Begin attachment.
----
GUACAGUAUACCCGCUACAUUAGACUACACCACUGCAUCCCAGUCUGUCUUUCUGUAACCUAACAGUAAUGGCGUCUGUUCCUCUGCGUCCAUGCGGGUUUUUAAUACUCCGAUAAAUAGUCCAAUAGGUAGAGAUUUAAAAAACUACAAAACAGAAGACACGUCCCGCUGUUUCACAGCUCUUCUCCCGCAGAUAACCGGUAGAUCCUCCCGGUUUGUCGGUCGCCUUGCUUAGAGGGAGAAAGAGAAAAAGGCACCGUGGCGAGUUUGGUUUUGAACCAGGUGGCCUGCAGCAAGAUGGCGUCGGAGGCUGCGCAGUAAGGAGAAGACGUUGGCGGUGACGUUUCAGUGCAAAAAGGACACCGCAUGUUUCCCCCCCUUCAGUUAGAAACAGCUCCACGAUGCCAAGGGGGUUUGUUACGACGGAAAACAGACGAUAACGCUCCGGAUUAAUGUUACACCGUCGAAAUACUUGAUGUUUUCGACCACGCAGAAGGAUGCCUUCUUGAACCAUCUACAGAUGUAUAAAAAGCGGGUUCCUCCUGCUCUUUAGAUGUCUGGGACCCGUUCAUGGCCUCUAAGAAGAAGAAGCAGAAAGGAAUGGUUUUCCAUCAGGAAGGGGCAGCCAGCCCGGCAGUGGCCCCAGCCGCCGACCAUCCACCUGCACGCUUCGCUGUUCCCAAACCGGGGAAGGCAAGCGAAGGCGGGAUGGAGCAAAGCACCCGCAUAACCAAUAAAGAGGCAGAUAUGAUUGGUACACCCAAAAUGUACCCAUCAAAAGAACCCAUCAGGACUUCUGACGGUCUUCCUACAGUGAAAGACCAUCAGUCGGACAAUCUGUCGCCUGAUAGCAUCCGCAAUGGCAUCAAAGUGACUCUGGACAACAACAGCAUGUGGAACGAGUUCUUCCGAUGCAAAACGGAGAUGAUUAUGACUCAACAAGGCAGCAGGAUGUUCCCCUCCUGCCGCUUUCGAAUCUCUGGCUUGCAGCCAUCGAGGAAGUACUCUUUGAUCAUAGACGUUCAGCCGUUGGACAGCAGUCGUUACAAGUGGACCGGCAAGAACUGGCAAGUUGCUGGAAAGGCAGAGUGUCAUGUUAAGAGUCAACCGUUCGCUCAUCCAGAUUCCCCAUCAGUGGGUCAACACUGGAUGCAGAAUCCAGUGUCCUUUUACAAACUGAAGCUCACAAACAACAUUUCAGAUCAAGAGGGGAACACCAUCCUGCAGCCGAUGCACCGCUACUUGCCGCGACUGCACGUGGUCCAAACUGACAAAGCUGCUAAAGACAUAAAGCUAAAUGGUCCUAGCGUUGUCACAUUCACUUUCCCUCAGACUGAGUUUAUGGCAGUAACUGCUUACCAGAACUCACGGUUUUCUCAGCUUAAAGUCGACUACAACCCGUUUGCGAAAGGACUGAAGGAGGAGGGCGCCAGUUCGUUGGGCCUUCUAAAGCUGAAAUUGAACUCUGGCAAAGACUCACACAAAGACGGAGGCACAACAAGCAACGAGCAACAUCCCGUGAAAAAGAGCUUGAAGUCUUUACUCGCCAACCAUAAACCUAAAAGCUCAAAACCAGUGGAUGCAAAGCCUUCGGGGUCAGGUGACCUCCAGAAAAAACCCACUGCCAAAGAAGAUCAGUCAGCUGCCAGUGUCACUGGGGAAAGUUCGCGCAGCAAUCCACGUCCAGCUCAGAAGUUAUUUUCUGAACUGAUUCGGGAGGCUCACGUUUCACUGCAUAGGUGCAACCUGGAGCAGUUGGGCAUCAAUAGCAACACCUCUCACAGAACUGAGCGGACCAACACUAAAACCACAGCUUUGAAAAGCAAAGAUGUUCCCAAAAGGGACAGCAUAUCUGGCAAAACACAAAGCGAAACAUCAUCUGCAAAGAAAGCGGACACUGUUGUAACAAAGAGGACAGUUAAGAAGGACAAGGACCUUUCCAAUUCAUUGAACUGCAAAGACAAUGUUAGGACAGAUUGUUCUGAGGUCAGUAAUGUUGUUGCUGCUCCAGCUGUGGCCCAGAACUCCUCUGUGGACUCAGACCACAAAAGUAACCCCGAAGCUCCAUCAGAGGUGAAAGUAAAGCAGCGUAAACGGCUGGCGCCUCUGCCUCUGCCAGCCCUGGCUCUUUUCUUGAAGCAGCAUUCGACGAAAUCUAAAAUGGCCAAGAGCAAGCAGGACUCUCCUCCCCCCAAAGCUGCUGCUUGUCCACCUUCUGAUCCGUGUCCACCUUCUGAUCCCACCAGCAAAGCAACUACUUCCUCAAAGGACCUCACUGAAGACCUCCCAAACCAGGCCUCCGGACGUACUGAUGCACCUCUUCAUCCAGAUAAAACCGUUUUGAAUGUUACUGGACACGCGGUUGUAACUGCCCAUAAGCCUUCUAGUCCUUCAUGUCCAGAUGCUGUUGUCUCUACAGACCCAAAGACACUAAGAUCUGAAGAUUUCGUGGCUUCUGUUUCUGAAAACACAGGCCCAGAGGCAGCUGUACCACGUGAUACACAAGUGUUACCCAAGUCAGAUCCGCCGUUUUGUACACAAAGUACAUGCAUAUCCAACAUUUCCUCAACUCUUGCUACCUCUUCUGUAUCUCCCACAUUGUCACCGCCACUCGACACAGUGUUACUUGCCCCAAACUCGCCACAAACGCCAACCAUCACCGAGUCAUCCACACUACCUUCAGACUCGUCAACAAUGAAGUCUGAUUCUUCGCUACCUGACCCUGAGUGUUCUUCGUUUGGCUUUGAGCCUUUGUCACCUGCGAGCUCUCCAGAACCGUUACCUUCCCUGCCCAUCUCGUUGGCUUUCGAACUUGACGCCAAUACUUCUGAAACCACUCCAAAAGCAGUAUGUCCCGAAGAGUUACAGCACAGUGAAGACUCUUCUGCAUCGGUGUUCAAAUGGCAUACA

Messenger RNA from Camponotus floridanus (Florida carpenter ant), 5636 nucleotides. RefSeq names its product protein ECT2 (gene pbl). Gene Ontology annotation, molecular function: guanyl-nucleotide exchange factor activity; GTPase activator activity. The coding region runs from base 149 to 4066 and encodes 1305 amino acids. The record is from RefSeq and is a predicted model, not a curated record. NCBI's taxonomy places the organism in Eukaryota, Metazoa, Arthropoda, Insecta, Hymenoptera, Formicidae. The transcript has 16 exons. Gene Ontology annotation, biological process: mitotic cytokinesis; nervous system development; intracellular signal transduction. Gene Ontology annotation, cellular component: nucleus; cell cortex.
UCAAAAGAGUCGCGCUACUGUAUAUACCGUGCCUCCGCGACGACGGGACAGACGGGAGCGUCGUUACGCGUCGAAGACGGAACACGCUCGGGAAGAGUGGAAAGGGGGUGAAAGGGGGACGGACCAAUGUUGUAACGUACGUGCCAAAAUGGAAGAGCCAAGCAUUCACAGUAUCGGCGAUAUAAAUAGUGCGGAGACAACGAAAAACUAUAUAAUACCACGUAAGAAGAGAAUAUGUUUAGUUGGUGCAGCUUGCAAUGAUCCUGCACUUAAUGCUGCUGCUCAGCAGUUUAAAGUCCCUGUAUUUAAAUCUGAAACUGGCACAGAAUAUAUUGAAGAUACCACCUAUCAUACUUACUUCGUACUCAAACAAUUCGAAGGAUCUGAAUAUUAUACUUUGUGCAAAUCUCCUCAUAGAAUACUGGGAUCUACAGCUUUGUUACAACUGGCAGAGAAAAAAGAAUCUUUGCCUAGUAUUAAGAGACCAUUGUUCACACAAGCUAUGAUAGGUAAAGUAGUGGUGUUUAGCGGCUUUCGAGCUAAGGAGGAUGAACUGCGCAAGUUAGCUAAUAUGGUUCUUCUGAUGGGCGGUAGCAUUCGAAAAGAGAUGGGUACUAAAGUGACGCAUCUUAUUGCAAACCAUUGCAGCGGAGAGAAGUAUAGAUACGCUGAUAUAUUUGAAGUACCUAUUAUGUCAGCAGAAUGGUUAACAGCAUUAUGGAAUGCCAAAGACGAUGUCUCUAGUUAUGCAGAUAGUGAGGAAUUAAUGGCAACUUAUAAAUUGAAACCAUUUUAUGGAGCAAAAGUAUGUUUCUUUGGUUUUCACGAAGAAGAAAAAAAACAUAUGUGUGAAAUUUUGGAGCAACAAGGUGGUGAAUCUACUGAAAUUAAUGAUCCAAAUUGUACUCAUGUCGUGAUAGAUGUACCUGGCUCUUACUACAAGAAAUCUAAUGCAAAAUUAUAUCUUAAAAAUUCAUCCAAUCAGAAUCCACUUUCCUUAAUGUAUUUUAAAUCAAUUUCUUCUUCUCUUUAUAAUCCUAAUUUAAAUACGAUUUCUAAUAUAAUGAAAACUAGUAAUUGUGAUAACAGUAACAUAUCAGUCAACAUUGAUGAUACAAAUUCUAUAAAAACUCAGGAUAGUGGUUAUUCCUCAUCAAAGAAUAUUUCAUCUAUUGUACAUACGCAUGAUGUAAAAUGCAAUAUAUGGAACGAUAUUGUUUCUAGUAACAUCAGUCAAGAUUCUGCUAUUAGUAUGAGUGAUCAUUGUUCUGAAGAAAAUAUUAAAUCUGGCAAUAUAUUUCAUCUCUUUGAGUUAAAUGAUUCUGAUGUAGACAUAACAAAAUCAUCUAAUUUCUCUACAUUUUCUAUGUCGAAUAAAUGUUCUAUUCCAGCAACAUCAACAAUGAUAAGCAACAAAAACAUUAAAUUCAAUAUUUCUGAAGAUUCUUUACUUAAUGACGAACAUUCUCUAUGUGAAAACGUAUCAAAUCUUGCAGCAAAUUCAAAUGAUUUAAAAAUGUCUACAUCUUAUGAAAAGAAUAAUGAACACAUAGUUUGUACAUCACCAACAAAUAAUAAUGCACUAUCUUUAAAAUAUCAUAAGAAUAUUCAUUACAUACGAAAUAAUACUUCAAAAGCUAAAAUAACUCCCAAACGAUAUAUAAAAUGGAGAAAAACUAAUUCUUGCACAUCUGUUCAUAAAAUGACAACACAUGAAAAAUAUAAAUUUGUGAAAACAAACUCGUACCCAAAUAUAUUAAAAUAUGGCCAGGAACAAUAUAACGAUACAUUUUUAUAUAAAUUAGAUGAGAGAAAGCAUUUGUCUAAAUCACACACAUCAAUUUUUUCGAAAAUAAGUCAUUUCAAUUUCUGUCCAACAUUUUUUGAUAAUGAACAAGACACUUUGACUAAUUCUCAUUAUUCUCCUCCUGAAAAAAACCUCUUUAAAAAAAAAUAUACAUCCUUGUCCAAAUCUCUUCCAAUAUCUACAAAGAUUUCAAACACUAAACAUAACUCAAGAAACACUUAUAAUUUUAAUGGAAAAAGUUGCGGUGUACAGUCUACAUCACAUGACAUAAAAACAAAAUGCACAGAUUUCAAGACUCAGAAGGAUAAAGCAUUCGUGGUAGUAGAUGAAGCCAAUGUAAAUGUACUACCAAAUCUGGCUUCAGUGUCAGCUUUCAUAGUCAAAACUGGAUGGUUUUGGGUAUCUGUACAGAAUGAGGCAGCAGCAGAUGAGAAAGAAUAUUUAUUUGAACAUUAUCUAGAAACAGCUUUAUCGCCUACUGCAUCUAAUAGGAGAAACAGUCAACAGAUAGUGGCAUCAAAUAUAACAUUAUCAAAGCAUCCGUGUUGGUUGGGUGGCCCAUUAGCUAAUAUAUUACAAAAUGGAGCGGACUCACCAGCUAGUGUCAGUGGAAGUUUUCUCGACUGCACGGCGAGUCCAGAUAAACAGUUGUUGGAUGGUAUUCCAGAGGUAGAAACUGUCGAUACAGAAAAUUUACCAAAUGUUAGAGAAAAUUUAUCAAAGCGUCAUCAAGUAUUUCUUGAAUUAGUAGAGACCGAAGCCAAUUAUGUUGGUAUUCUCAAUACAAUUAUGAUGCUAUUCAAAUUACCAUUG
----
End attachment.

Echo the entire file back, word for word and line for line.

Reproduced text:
GUACAGUAUACCCGCUACAUUAGACUACACCACUGCAUCCCAGUCUGUCUUUCUGUAACCUAACAGUAAUGGCGUCUGUUCCUCUGCGUCCAUGCGGGUUUUUAAUACUCCGAUAAAUAGUCCAAUAGGUAGAGAUUUAAAAAACUACAAAACAGAAGACACGUCCCGCUGUUUCACAGCUCUUCUCCCGCAGAUAACCGGUAGAUCCUCCCGGUUUGUCGGUCGCCUUGCUUAGAGGGAGAAAGAGAAAAAGGCACCGUGGCGAGUUUGGUUUUGAACCAGGUGGCCUGCAGCAAGAUGGCGUCGGAGGCUGCGCAGUAAGGAGAAGACGUUGGCGGUGACGUUUCAGUGCAAAAAGGACACCGCAUGUUUCCCCCCCUUCAGUUAGAAACAGCUCCACGAUGCCAAGGGGGUUUGUUACGACGGAAAACAGACGAUAACGCUCCGGAUUAAUGUUACACCGUCGAAAUACUUGAUGUUUUCGACCACGCAGAAGGAUGCCUUCUUGAACCAUCUACAGAUGUAUAAAAAGCGGGUUCCUCCUGCUCUUUAGAUGUCUGGGACCCGUUCAUGGCCUCUAAGAAGAAGAAGCAGAAAGGAAUGGUUUUCCAUCAGGAAGGGGCAGCCAGCCCGGCAGUGGCCCCAGCCGCCGACCAUCCACCUGCACGCUUCGCUGUUCCCAAACCGGGGAAGGCAAGCGAAGGCGGGAUGGAGCAAAGCACCCGCAUAACCAAUAAAGAGGCAGAUAUGAUUGGUACACCCAAAAUGUACCCAUCAAAAGAACCCAUCAGGACUUCUGACGGUCUUCCUACAGUGAAAGACCAUCAGUCGGACAAUCUGUCGCCUGAUAGCAUCCGCAAUGGCAUCAAAGUGACUCUGGACAACAACAGCAUGUGGAACGAGUUCUUCCGAUGCAAAACGGAGAUGAUUAUGACUCAACAAGGCAGCAGGAUGUUCCCCUCCUGCCGCUUUCGAAUCUCUGGCUUGCAGCCAUCGAGGAAGUACUCUUUGAUCAUAGACGUUCAGCCGUUGGACAGCAGUCGUUACAAGUGGACCGGCAAGAACUGGCAAGUUGCUGGAAAGGCAGAGUGUCAUGUUAAGAGUCAACCGUUCGCUCAUCCAGAUUCCCCAUCAGUGGGUCAACACUGGAUGCAGAAUCCAGUGUCCUUUUACAAACUGAAGCUCACAAACAACAUUUCAGAUCAAGAGGGGAACACCAUCCUGCAGCCGAUGCACCGCUACUUGCCGCGACUGCACGUGGUCCAAACUGACAAAGCUGCUAAAGACAUAAAGCUAAAUGGUCCUAGCGUUGUCACAUUCACUUUCCCUCAGACUGAGUUUAUGGCAGUAACUGCUUACCAGAACUCACGGUUUUCUCAGCUUAAAGUCGACUACAACCCGUUUGCGAAAGGACUGAAGGAGGAGGGCGCCAGUUCGUUGGGCCUUCUAAAGCUGAAAUUGAACUCUGGCAAAGACUCACACAAAGACGGAGGCACAACAAGCAACGAGCAACAUCCCGUGAAAAAGAGCUUGAAGUCUUUACUCGCCAACCAUAAACCUAAAAGCUCAAAACCAGUGGAUGCAAAGCCUUCGGGGUCAGGUGACCUCCAGAAAAAACCCACUGCCAAAGAAGAUCAGUCAGCUGCCAGUGUCACUGGGGAAAGUUCGCGCAGCAAUCCACGUCCAGCUCAGAAGUUAUUUUCUGAACUGAUUCGGGAGGCUCACGUUUCACUGCAUAGGUGCAACCUGGAGCAGUUGGGCAUCAAUAGCAACACCUCUCACAGAACUGAGCGGACCAACACUAAAACCACAGCUUUGAAAAGCAAAGAUGUUCCCAAAAGGGACAGCAUAUCUGGCAAAACACAAAGCGAAACAUCAUCUGCAAAGAAAGCGGACACUGUUGUAACAAAGAGGACAGUUAAGAAGGACAAGGACCUUUCCAAUUCAUUGAACUGCAAAGACAAUGUUAGGACAGAUUGUUCUGAGGUCAGUAAUGUUGUUGCUGCUCCAGCUGUGGCCCAGAACUCCUCUGUGGACUCAGACCACAAAAGUAACCCCGAAGCUCCAUCAGAGGUGAAAGUAAAGCAGCGUAAACGGCUGGCGCCUCUGCCUCUGCCAGCCCUGGCUCUUUUCUUGAAGCAGCAUUCGACGAAAUCUAAAAUGGCCAAGAGCAAGCAGGACUCUCCUCCCCCCAAAGCUGCUGCUUGUCCACCUUCUGAUCCGUGUCCACCUUCUGAUCCCACCAGCAAAGCAACUACUUCCUCAAAGGACCUCACUGAAGACCUCCCAAACCAGGCCUCCGGACGUACUGAUGCACCUCUUCAUCCAGAUAAAACCGUUUUGAAUGUUACUGGACACGCGGUUGUAACUGCCCAUAAGCCUUCUAGUCCUUCAUGUCCAGAUGCUGUUGUCUCUACAGACCCAAAGACACUAAGAUCUGAAGAUUUCGUGGCUUCUGUUUCUGAAAACACAGGCCCAGAGGCAGCUGUACCACGUGAUACACAAGUGUUACCCAAGUCAGAUCCGCCGUUUUGUACACAAAGUACAUGCAUAUCCAACAUUUCCUCAACUCUUGCUACCUCUUCUGUAUCUCCCACAUUGUCACCGCCACUCGACACAGUGUUACUUGCCCCAAACUCGCCACAAACGCCAACCAUCACCGAGUCAUCCACACUACCUUCAGACUCGUCAACAAUGAAGUCUGAUUCUUCGCUACCUGACCCUGAGUGUUCUUCGUUUGGCUUUGAGCCUUUGUCACCUGCGAGCUCUCCAGAACCGUUACCUUCCCUGCCCAUCUCGUUGGCUUUCGAACUUGACGCCAAUACUUCUGAAACCACUCCAAAAGCAGUAUGUCCCGAAGAGUUACAGCACAGUGAAGACUCUUCUGCAUCGGUGUUCAAAUGGCAUACA

Messenger RNA from Camponotus floridanus (Florida carpenter ant), 5636 nucleotides. RefSeq names its product protein ECT2 (gene pbl). Gene Ontology annotation, molecular function: guanyl-nucleotide exchange factor activity; GTPase activator activity. The coding region runs from base 149 to 4066 and encodes 1305 amino acids. The record is from RefSeq and is a predicted model, not a curated record. NCBI's taxonomy places the organism in Eukaryota, Metazoa, Arthropoda, Insecta, Hymenoptera, Formicidae. The transcript has 16 exons. Gene Ontology annotation, biological process: mitotic cytokinesis; nervous system development; intracellular signal transduction. Gene Ontology annotation, cellular component: nucleus; cell cortex.
UCAAAAGAGUCGCGCUACUGUAUAUACCGUGCCUCCGCGACGACGGGACAGACGGGAGCGUCGUUACGCGUCGAAGACGGAACACGCUCGGGAAGAGUGGAAAGGGGGUGAAAGGGGGACGGACCAAUGUUGUAACGUACGUGCCAAAAUGGAAGAGCCAAGCAUUCACAGUAUCGGCGAUAUAAAUAGUGCGGAGACAACGAAAAACUAUAUAAUACCACGUAAGAAGAGAAUAUGUUUAGUUGGUGCAGCUUGCAAUGAUCCUGCACUUAAUGCUGCUGCUCAGCAGUUUAAAGUCCCUGUAUUUAAAUCUGAAACUGGCACAGAAUAUAUUGAAGAUACCACCUAUCAUACUUACUUCGUACUCAAACAAUUCGAAGGAUCUGAAUAUUAUACUUUGUGCAAAUCUCCUCAUAGAAUACUGGGAUCUACAGCUUUGUUACAACUGGCAGAGAAAAAAGAAUCUUUGCCUAGUAUUAAGAGACCAUUGUUCACACAAGCUAUGAUAGGUAAAGUAGUGGUGUUUAGCGGCUUUCGAGCUAAGGAGGAUGAACUGCGCAAGUUAGCUAAUAUGGUUCUUCUGAUGGGCGGUAGCAUUCGAAAAGAGAUGGGUACUAAAGUGACGCAUCUUAUUGCAAACCAUUGCAGCGGAGAGAAGUAUAGAUACGCUGAUAUAUUUGAAGUACCUAUUAUGUCAGCAGAAUGGUUAACAGCAUUAUGGAAUGCCAAAGACGAUGUCUCUAGUUAUGCAGAUAGUGAGGAAUUAAUGGCAACUUAUAAAUUGAAACCAUUUUAUGGAGCAAAAGUAUGUUUCUUUGGUUUUCACGAAGAAGAAAAAAAACAUAUGUGUGAAAUUUUGGAGCAACAAGGUGGUGAAUCUACUGAAAUUAAUGAUCCAAAUUGUACUCAUGUCGUGAUAGAUGUACCUGGCUCUUACUACAAGAAAUCUAAUGCAAAAUUAUAUCUUAAAAAUUCAUCCAAUCAGAAUCCACUUUCCUUAAUGUAUUUUAAAUCAAUUUCUUCUUCUCUUUAUAAUCCUAAUUUAAAUACGAUUUCUAAUAUAAUGAAAACUAGUAAUUGUGAUAACAGUAACAUAUCAGUCAACAUUGAUGAUACAAAUUCUAUAAAAACUCAGGAUAGUGGUUAUUCCUCAUCAAAGAAUAUUUCAUCUAUUGUACAUACGCAUGAUGUAAAAUGCAAUAUAUGGAACGAUAUUGUUUCUAGUAACAUCAGUCAAGAUUCUGCUAUUAGUAUGAGUGAUCAUUGUUCUGAAGAAAAUAUUAAAUCUGGCAAUAUAUUUCAUCUCUUUGAGUUAAAUGAUUCUGAUGUAGACAUAACAAAAUCAUCUAAUUUCUCUACAUUUUCUAUGUCGAAUAAAUGUUCUAUUCCAGCAACAUCAACAAUGAUAAGCAACAAAAACAUUAAAUUCAAUAUUUCUGAAGAUUCUUUACUUAAUGACGAACAUUCUCUAUGUGAAAACGUAUCAAAUCUUGCAGCAAAUUCAAAUGAUUUAAAAAUGUCUACAUCUUAUGAAAAGAAUAAUGAACACAUAGUUUGUACAUCACCAACAAAUAAUAAUGCACUAUCUUUAAAAUAUCAUAAGAAUAUUCAUUACAUACGAAAUAAUACUUCAAAAGCUAAAAUAACUCCCAAACGAUAUAUAAAAUGGAGAAAAACUAAUUCUUGCACAUCUGUUCAUAAAAUGACAACACAUGAAAAAUAUAAAUUUGUGAAAACAAACUCGUACCCAAAUAUAUUAAAAUAUGGCCAGGAACAAUAUAACGAUACAUUUUUAUAUAAAUUAGAUGAGAGAAAGCAUUUGUCUAAAUCACACACAUCAAUUUUUUCGAAAAUAAGUCAUUUCAAUUUCUGUCCAACAUUUUUUGAUAAUGAACAAGACACUUUGACUAAUUCUCAUUAUUCUCCUCCUGAAAAAAACCUCUUUAAAAAAAAAUAUACAUCCUUGUCCAAAUCUCUUCCAAUAUCUACAAAGAUUUCAAACACUAAACAUAACUCAAGAAACACUUAUAAUUUUAAUGGAAAAAGUUGCGGUGUACAGUCUACAUCACAUGACAUAAAAACAAAAUGCACAGAUUUCAAGACUCAGAAGGAUAAAGCAUUCGUGGUAGUAGAUGAAGCCAAUGUAAAUGUACUACCAAAUCUGGCUUCAGUGUCAGCUUUCAUAGUCAAAACUGGAUGGUUUUGGGUAUCUGUACAGAAUGAGGCAGCAGCAGAUGAGAAAGAAUAUUUAUUUGAACAUUAUCUAGAAACAGCUUUAUCGCCUACUGCAUCUAAUAGGAGAAACAGUCAACAGAUAGUGGCAUCAAAUAUAACAUUAUCAAAGCAUCCGUGUUGGUUGGGUGGCCCAUUAGCUAAUAUAUUACAAAAUGGAGCGGACUCACCAGCUAGUGUCAGUGGAAGUUUUCUCGACUGCACGGCGAGUCCAGAUAAACAGUUGUUGGAUGGUAUUCCAGAGGUAGAAACUGUCGAUACAGAAAAUUUACCAAAUGUUAGAGAAAAUUUAUCAAAGCGUCAUCAAGUAUUUCUUGAAUUAGUAGAGACCGAAGCCAAUUAUGUUGGUAUUCUCAAUACAAUUAUGAUGCUAUUCAAAUUACCAUUG